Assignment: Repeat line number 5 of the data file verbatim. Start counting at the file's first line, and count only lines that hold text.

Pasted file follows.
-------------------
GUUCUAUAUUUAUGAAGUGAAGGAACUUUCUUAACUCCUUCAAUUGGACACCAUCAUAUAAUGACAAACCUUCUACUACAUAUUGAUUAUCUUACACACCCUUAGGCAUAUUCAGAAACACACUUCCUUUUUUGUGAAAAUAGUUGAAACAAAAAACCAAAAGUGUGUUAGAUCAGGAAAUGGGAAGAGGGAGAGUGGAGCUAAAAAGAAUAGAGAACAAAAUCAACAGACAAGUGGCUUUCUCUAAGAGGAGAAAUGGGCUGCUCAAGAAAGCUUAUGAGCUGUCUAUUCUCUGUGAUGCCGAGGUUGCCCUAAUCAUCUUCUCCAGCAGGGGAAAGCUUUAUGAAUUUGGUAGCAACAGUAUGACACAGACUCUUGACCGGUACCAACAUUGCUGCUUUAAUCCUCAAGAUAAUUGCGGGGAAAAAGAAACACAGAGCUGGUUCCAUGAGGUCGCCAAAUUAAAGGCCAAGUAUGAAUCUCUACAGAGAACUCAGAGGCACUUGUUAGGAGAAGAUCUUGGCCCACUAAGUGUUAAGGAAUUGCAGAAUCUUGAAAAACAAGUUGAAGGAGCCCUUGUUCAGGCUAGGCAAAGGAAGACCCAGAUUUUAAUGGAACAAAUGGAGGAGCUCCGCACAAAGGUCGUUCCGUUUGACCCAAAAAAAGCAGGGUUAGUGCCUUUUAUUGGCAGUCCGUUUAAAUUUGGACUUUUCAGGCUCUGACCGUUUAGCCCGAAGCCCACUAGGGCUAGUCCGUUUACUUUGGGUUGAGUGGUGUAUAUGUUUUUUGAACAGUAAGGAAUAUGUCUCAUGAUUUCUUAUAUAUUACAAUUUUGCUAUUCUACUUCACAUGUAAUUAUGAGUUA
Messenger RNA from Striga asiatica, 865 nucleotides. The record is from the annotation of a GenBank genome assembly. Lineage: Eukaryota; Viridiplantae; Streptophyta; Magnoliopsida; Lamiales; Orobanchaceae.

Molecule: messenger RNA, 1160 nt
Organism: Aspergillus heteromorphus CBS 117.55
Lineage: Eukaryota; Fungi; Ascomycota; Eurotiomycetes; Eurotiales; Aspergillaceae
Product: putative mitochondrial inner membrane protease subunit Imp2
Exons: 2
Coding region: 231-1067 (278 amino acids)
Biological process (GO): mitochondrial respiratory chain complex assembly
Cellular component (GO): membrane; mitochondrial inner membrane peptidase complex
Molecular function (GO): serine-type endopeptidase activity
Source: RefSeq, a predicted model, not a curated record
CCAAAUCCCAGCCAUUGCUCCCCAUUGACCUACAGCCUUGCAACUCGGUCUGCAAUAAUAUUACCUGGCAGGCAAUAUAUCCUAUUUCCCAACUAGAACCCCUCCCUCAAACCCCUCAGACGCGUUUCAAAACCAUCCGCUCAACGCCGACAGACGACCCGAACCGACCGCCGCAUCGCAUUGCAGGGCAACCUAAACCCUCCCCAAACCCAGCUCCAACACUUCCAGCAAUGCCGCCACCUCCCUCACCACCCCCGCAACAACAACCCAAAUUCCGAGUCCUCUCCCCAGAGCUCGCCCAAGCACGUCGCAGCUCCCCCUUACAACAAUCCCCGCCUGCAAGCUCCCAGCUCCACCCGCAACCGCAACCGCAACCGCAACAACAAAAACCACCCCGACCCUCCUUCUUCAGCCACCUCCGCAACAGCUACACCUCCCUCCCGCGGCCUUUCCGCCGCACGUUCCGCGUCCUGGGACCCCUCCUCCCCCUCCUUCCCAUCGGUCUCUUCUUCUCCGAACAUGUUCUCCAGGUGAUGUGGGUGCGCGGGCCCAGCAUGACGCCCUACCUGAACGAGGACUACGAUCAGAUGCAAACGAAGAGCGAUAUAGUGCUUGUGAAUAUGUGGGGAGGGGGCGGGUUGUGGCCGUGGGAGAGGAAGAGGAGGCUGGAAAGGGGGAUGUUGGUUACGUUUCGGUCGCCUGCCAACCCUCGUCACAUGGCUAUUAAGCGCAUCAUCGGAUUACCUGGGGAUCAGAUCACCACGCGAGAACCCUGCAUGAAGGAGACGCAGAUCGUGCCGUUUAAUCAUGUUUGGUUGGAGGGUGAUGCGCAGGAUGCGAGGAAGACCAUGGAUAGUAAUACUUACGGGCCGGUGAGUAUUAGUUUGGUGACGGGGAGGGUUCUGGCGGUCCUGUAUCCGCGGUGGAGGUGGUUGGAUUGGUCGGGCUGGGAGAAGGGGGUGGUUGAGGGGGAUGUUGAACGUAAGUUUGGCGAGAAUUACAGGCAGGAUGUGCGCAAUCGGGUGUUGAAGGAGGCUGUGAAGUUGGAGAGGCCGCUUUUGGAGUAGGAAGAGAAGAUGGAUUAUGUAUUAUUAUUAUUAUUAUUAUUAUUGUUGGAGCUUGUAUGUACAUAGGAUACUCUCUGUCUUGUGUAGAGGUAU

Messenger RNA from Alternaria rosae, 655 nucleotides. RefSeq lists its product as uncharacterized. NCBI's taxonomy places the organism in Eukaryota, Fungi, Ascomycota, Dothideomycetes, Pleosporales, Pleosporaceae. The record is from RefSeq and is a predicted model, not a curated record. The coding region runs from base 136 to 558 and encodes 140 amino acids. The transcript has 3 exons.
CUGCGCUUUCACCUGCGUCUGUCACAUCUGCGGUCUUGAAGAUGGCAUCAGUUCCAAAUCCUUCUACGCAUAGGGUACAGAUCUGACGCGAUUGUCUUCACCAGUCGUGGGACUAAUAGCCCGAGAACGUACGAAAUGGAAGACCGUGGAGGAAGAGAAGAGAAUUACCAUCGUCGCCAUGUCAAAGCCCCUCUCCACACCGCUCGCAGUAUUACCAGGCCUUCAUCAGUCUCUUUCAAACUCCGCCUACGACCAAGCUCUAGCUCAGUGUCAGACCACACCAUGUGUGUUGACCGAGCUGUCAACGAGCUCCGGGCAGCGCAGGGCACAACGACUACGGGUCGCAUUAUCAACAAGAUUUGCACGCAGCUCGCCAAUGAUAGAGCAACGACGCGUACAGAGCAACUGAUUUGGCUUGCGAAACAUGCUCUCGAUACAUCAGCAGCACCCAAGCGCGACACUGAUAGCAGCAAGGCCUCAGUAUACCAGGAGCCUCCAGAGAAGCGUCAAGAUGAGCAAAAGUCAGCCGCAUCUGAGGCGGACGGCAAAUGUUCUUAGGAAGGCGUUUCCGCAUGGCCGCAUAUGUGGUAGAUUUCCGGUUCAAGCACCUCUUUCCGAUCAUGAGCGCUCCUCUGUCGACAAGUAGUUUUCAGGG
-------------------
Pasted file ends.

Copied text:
Lineage: Eukaryota; Fungi; Ascomycota; Eurotiomycetes; Eurotiales; Aspergillaceae